When the lens is made up of two components, the magnification pattern can follow many different morphologies, because of singularities in the lens equation. These lead to source positions, along closed caustic curves, where the lensing magnification is formally infinite for point sources, although the finite size of sources means that, in practice, the magnification gradient is large rather than infinite. A pointsource binarylens (PSBL) light curve is often described by 6 parameters: the time at which the source passes closest to the centre of mass of the binary lens, t_{0}, the Einstein radius crossing time, t_{E}, the minimum impact parameter u_{0}, which are also used to describe PSPL light curves, as well as the source’s trajectory angle α with respect to the lens components, the separation between the two mass components, d, and their mass ratio q. Finite source size effects can be parameterised in a number of ways, usually by defining the angular size of the source ρ_{ ∗ } in units of θ_{E}: (2)where θ_{ ∗ } is the angular size of the source in standard units.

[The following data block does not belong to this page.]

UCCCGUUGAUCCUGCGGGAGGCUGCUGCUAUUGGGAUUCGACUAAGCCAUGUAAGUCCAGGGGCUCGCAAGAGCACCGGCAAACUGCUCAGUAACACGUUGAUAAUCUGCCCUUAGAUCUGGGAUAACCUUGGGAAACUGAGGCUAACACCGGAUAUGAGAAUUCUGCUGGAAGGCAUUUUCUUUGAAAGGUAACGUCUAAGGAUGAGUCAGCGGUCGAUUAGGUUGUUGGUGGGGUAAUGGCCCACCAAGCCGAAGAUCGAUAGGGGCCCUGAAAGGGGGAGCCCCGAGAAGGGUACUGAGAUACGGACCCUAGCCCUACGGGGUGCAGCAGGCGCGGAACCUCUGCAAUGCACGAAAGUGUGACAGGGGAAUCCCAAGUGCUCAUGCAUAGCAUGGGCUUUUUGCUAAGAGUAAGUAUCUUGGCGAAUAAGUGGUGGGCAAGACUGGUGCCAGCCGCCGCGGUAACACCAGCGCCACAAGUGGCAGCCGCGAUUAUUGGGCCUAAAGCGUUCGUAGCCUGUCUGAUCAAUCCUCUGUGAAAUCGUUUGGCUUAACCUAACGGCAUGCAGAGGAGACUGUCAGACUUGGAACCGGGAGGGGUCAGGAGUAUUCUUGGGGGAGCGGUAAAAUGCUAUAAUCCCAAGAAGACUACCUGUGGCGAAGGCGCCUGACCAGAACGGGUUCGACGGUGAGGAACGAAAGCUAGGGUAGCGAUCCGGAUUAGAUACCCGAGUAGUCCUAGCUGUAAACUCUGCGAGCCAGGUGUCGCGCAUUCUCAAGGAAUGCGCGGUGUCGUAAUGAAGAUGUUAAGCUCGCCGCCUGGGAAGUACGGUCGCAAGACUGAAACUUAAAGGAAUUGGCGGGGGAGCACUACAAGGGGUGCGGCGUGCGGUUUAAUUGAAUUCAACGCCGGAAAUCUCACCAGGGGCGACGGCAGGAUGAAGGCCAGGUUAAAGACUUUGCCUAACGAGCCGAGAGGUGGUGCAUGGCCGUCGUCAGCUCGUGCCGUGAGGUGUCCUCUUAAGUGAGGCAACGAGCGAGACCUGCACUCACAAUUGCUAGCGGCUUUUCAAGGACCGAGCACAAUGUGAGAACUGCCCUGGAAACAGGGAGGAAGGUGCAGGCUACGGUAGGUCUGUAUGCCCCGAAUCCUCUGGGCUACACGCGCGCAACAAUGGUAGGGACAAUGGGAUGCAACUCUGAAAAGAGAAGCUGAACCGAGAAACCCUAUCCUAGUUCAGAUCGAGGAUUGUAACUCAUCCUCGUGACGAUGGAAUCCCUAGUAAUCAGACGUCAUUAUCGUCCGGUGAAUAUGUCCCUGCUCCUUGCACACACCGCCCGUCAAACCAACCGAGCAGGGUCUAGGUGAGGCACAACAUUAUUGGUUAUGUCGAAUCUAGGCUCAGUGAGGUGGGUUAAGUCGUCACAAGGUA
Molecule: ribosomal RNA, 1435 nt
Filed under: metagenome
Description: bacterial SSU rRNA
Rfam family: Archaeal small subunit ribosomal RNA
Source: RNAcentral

Data sets for OGLE2011BLG0251, with the number of data points for each telescope/filter combination.
3. Observational data